by Eric D. Snider
Released: November 5, 2010
A lot of movies have been made about terrorism, but you have to admit that most of them haven't been very funny. In fact, many of them have been real downers. This deficiency is rectified in "Four Lions," a gutsy, hilarious comedy that turns terrorists into buffoons while still treating terrorism seriously.
How can such a balance be achieved? I dunno. Magic, probably. It helps to have a screenplay where three of the four credited writers also worked on "In the Loop," one of the most scorchingly funny movies of 2009. The fourth writer, who is also the director, is Chris Morris, well known in England for his ability to smartly satirize even the most taboo subjects. It's a good thing, too, because let's be honest -- if you're going to make a terrorism comedy, you'd better know what you're doing, comedy-wise. This is graduate-level course work here, not beginner's stuff.
"Four Lions" employs the time-honored device of having one normal person surrounded by crazy people. The normal one is Omar (Riz Ahmed), a British Muslim who has decided to go the jihad route. Granted, that is not "normal," per se, but Omar at least appears to be sane, if ideologically misguided. In establishing his own cell, the best he can do for recruits are Waj (Kayvan Novak), a cheerfully stupid sidekick; Faisal (Adeel Akhtar), who bought gallons of liquid peroxide at the drug store but was careful to use different voices every time he went in, to avoid suspicion; and Barry (Nigel Lindsay), the only Caucasian in the group, a convert to Islam, and easily the most belligerently zealous. He is ridiculously orthodox. "We got women talking back! We got people playing stringed instruments!"
The question that these four must answer is what form their terrorist attack should take. Barry says they ought to bomb a mosque. The mainstream Muslims would assume the infidels were responsible, and they'd be incensed into radicalization. Omar patiently explains why it's not a good idea for an Islamic terrorist cell to bomb an Islamic place of worship. Omar and Waj are invited to train with real terrorists in Pakistan, but their incompetence screws it up for them. Various people get blown up while trying to do other things. And so it goes.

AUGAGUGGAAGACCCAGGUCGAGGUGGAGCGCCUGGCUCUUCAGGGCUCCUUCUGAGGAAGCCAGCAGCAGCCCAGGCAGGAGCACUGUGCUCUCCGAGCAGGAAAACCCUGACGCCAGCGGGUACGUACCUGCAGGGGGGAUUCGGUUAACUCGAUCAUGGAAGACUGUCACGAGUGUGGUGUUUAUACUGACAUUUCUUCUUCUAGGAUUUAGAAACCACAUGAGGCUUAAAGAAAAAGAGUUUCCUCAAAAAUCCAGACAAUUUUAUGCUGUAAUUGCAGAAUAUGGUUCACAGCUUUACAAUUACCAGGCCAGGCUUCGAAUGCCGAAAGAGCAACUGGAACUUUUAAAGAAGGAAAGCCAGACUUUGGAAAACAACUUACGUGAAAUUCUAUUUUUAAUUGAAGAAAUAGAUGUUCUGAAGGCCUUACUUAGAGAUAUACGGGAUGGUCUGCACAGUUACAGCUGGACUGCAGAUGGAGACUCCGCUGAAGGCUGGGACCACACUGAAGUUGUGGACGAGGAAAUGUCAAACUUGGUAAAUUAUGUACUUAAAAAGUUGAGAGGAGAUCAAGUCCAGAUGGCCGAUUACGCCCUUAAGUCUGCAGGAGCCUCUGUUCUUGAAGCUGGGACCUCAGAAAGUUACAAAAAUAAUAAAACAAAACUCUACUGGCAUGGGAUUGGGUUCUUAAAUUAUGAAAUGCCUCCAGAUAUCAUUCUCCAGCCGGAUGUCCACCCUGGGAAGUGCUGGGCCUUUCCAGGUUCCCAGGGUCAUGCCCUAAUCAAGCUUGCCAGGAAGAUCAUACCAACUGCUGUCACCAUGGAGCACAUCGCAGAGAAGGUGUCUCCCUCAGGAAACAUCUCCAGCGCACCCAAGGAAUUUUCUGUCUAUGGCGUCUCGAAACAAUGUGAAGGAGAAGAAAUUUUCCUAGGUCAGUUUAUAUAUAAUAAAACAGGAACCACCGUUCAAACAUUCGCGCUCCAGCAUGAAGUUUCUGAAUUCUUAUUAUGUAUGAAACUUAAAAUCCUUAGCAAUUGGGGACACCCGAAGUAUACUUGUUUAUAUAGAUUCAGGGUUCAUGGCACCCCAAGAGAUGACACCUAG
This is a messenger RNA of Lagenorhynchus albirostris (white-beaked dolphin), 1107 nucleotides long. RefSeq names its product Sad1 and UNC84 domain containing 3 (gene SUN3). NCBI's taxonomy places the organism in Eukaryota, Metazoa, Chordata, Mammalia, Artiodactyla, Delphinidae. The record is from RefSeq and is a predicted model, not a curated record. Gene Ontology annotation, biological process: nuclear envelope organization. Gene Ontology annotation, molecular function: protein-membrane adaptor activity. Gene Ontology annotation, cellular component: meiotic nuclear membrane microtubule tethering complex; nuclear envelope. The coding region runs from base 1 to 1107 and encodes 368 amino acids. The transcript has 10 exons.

The format of the film is similar to "In the Loop," in that it mostly consists of people sniping at each other, saying idiotic things, and then sniping about the idiotic things that have been said. Morris and his co-writers get the tone exactly right, making the would-be terrorists into bickering dopes, no different from any other squad of men who have to work together. Bringing terrorism down to the level of an office comedy takes the terror out of it, and it's shocking how funny "Four Lions" often is, purely from the standpoint of well-written absurd one-liners and general snarkiness.
But, as if it weren't daring enough to make a comedy about terrorists, Morris takes it a step further with Omar. Omar is no dummy, nor is he an unhinged lunatic. He has a wife and child who support him in his endeavors. He's a decent family man -- a decent family man who wants to be a suicide bomber. We briefly meet his brother, a faithful adherent of Islam who, like 99.9 percent of all Muslims, wants no part in terrorism, and this provides the contrast we need to remind us that, for as "normal" as Omar seems to be, he has still gone off the tracks. But there remains that haunting idea: Omar is a regular fellow. Son of a gun, that's probably true of most terrorists. They're all regular people, with regular people's flaws and foibles.
What I appreciate most is that Morris isn't doing this for shock value. It's easy to think of things that are taboo and then find a way to make inappropriate jokes about them. I do it all the time, at home, just for fun. The tricky part is to make the jokes justified, to show that you have intentions beyond simply creating controversy. "Four Lions" never feels exploitative or obnoxious. It's edgy, yet it never seems like it's trying to be edgy. I admire anyone for having the nerve to try something like this, and I especially admire Morris for pulling it off in such a breathtakingly funny way.
Rated R, a lot of harsh profanity, some violence
1 hr., 42 min.
Copyright © Eric D. Snider.
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